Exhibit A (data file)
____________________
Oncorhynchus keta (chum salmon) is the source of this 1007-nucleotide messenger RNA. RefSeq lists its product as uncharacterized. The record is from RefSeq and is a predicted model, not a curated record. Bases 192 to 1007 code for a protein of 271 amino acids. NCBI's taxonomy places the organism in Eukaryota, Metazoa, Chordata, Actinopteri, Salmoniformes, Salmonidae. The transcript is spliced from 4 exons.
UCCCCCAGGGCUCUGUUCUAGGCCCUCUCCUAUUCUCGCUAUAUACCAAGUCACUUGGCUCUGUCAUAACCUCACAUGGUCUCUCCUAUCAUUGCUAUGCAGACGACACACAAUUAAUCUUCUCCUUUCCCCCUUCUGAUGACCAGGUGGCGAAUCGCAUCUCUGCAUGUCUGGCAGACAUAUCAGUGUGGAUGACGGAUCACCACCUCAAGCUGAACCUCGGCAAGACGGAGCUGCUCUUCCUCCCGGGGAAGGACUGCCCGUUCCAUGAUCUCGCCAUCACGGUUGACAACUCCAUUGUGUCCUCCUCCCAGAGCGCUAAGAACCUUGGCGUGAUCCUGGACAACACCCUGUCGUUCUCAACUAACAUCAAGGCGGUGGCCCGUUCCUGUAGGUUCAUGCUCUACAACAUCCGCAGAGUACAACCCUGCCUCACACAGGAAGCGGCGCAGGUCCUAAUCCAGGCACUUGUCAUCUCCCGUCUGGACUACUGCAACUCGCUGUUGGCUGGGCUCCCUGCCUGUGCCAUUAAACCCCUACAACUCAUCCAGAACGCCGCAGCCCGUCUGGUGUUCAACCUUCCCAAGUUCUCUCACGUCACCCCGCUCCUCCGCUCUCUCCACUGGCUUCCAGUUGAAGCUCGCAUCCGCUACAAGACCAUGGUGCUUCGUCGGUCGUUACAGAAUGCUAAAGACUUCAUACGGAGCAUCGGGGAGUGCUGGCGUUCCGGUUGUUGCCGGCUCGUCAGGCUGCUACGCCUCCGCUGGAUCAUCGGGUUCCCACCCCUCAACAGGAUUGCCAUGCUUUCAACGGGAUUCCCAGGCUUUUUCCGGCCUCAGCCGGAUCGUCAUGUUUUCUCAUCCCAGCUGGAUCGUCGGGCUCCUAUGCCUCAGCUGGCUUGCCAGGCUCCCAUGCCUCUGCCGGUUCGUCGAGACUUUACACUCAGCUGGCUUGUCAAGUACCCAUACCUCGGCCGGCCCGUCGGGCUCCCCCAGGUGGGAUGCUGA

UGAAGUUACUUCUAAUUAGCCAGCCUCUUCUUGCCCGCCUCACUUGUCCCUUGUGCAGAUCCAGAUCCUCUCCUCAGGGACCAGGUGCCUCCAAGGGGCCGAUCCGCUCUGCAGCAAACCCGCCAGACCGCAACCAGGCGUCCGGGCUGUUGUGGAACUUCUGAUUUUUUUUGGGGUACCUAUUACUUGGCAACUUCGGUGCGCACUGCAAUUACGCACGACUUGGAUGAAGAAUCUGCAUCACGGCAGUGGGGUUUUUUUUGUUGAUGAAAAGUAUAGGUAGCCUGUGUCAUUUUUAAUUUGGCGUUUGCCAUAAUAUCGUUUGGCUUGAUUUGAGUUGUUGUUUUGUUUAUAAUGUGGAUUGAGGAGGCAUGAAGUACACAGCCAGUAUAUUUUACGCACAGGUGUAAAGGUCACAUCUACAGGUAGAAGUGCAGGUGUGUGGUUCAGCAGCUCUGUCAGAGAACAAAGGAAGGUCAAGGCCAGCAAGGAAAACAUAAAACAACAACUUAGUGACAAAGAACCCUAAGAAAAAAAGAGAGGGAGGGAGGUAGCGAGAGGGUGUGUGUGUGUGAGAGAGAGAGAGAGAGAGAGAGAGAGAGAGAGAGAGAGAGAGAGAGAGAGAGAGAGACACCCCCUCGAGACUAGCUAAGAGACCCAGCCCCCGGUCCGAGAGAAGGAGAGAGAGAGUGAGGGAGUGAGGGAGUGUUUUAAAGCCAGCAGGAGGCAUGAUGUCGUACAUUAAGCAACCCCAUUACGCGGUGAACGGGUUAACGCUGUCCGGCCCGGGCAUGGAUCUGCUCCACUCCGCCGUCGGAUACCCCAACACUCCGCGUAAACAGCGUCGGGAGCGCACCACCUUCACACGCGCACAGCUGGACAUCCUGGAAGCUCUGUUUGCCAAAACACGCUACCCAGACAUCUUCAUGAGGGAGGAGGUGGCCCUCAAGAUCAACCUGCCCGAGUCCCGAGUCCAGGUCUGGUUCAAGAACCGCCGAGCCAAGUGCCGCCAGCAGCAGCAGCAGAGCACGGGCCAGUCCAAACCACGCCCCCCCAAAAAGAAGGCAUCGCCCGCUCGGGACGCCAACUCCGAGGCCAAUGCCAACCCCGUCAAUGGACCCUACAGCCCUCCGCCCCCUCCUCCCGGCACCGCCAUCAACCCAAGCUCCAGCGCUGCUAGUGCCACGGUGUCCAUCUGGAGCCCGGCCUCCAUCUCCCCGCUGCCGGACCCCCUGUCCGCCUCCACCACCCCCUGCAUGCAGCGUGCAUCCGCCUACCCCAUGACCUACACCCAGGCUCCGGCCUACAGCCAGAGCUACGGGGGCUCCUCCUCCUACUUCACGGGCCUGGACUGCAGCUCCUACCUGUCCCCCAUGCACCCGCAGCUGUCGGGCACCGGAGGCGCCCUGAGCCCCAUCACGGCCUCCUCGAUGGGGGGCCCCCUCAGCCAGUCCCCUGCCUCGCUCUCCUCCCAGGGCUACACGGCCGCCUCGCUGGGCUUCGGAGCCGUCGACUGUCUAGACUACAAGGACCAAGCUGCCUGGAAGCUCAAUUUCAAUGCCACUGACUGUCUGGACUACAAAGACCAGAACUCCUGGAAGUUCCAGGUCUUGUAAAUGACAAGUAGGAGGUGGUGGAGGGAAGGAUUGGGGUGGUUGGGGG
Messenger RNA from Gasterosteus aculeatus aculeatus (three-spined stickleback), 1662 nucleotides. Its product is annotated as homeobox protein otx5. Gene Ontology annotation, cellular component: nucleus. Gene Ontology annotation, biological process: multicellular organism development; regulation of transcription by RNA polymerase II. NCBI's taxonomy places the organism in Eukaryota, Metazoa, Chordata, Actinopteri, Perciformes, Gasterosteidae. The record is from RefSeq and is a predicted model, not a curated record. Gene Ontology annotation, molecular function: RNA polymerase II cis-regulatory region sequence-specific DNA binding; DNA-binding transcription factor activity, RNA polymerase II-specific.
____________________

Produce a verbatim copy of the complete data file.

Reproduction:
Oncorhynchus keta (chum salmon) is the source of this 1007-nucleotide messenger RNA. RefSeq lists its product as uncharacterized. The record is from RefSeq and is a predicted model, not a curated record. Bases 192 to 1007 code for a protein of 271 amino acids. NCBI's taxonomy places the organism in Eukaryota, Metazoa, Chordata, Actinopteri, Salmoniformes, Salmonidae. The transcript is spliced from 4 exons.
UCCCCCAGGGCUCUGUUCUAGGCCCUCUCCUAUUCUCGCUAUAUACCAAGUCACUUGGCUCUGUCAUAACCUCACAUGGUCUCUCCUAUCAUUGCUAUGCAGACGACACACAAUUAAUCUUCUCCUUUCCCCCUUCUGAUGACCAGGUGGCGAAUCGCAUCUCUGCAUGUCUGGCAGACAUAUCAGUGUGGAUGACGGAUCACCACCUCAAGCUGAACCUCGGCAAGACGGAGCUGCUCUUCCUCCCGGGGAAGGACUGCCCGUUCCAUGAUCUCGCCAUCACGGUUGACAACUCCAUUGUGUCCUCCUCCCAGAGCGCUAAGAACCUUGGCGUGAUCCUGGACAACACCCUGUCGUUCUCAACUAACAUCAAGGCGGUGGCCCGUUCCUGUAGGUUCAUGCUCUACAACAUCCGCAGAGUACAACCCUGCCUCACACAGGAAGCGGCGCAGGUCCUAAUCCAGGCACUUGUCAUCUCCCGUCUGGACUACUGCAACUCGCUGUUGGCUGGGCUCCCUGCCUGUGCCAUUAAACCCCUACAACUCAUCCAGAACGCCGCAGCCCGUCUGGUGUUCAACCUUCCCAAGUUCUCUCACGUCACCCCGCUCCUCCGCUCUCUCCACUGGCUUCCAGUUGAAGCUCGCAUCCGCUACAAGACCAUGGUGCUUCGUCGGUCGUUACAGAAUGCUAAAGACUUCAUACGGAGCAUCGGGGAGUGCUGGCGUUCCGGUUGUUGCCGGCUCGUCAGGCUGCUACGCCUCCGCUGGAUCAUCGGGUUCCCACCCCUCAACAGGAUUGCCAUGCUUUCAACGGGAUUCCCAGGCUUUUUCCGGCCUCAGCCGGAUCGUCAUGUUUUCUCAUCCCAGCUGGAUCGUCGGGCUCCUAUGCCUCAGCUGGCUUGCCAGGCUCCCAUGCCUCUGCCGGUUCGUCGAGACUUUACACUCAGCUGGCUUGUCAAGUACCCAUACCUCGGCCGGCCCGUCGGGCUCCCCCAGGUGGGAUGCUGA

UGAAGUUACUUCUAAUUAGCCAGCCUCUUCUUGCCCGCCUCACUUGUCCCUUGUGCAGAUCCAGAUCCUCUCCUCAGGGACCAGGUGCCUCCAAGGGGCCGAUCCGCUCUGCAGCAAACCCGCCAGACCGCAACCAGGCGUCCGGGCUGUUGUGGAACUUCUGAUUUUUUUUGGGGUACCUAUUACUUGGCAACUUCGGUGCGCACUGCAAUUACGCACGACUUGGAUGAAGAAUCUGCAUCACGGCAGUGGGGUUUUUUUUGUUGAUGAAAAGUAUAGGUAGCCUGUGUCAUUUUUAAUUUGGCGUUUGCCAUAAUAUCGUUUGGCUUGAUUUGAGUUGUUGUUUUGUUUAUAAUGUGGAUUGAGGAGGCAUGAAGUACACAGCCAGUAUAUUUUACGCACAGGUGUAAAGGUCACAUCUACAGGUAGAAGUGCAGGUGUGUGGUUCAGCAGCUCUGUCAGAGAACAAAGGAAGGUCAAGGCCAGCAAGGAAAACAUAAAACAACAACUUAGUGACAAAGAACCCUAAGAAAAAAAGAGAGGGAGGGAGGUAGCGAGAGGGUGUGUGUGUGUGAGAGAGAGAGAGAGAGAGAGAGAGAGAGAGAGAGAGAGAGAGAGAGAGAGAGAGAGACACCCCCUCGAGACUAGCUAAGAGACCCAGCCCCCGGUCCGAGAGAAGGAGAGAGAGAGUGAGGGAGUGAGGGAGUGUUUUAAAGCCAGCAGGAGGCAUGAUGUCGUACAUUAAGCAACCCCAUUACGCGGUGAACGGGUUAACGCUGUCCGGCCCGGGCAUGGAUCUGCUCCACUCCGCCGUCGGAUACCCCAACACUCCGCGUAAACAGCGUCGGGAGCGCACCACCUUCACACGCGCACAGCUGGACAUCCUGGAAGCUCUGUUUGCCAAAACACGCUACCCAGACAUCUUCAUGAGGGAGGAGGUGGCCCUCAAGAUCAACCUGCCCGAGUCCCGAGUCCAGGUCUGGUUCAAGAACCGCCGAGCCAAGUGCCGCCAGCAGCAGCAGCAGAGCACGGGCCAGUCCAAACCACGCCCCCCCAAAAAGAAGGCAUCGCCCGCUCGGGACGCCAACUCCGAGGCCAAUGCCAACCCCGUCAAUGGACCCUACAGCCCUCCGCCCCCUCCUCCCGGCACCGCCAUCAACCCAAGCUCCAGCGCUGCUAGUGCCACGGUGUCCAUCUGGAGCCCGGCCUCCAUCUCCCCGCUGCCGGACCCCCUGUCCGCCUCCACCACCCCCUGCAUGCAGCGUGCAUCCGCCUACCCCAUGACCUACACCCAGGCUCCGGCCUACAGCCAGAGCUACGGGGGCUCCUCCUCCUACUUCACGGGCCUGGACUGCAGCUCCUACCUGUCCCCCAUGCACCCGCAGCUGUCGGGCACCGGAGGCGCCCUGAGCCCCAUCACGGCCUCCUCGAUGGGGGGCCCCCUCAGCCAGUCCCCUGCCUCGCUCUCCUCCCAGGGCUACACGGCCGCCUCGCUGGGCUUCGGAGCCGUCGACUGUCUAGACUACAAGGACCAAGCUGCCUGGAAGCUCAAUUUCAAUGCCACUGACUGUCUGGACUACAAAGACCAGAACUCCUGGAAGUUCCAGGUCUUGUAAAUGACAAGUAGGAGGUGGUGGAGGGAAGGAUUGGGGUGGUUGGGGG
Messenger RNA from Gasterosteus aculeatus aculeatus (three-spined stickleback), 1662 nucleotides. Its product is annotated as homeobox protein otx5. Gene Ontology annotation, cellular component: nucleus. Gene Ontology annotation, biological process: multicellular organism development; regulation of transcription by RNA polymerase II. NCBI's taxonomy places the organism in Eukaryota, Metazoa, Chordata, Actinopteri, Perciformes, Gasterosteidae. The record is from RefSeq and is a predicted model, not a curated record. Gene Ontology annotation, molecular function: RNA polymerase II cis-regulatory region sequence-specific DNA binding; DNA-binding transcription factor activity, RNA polymerase II-specific.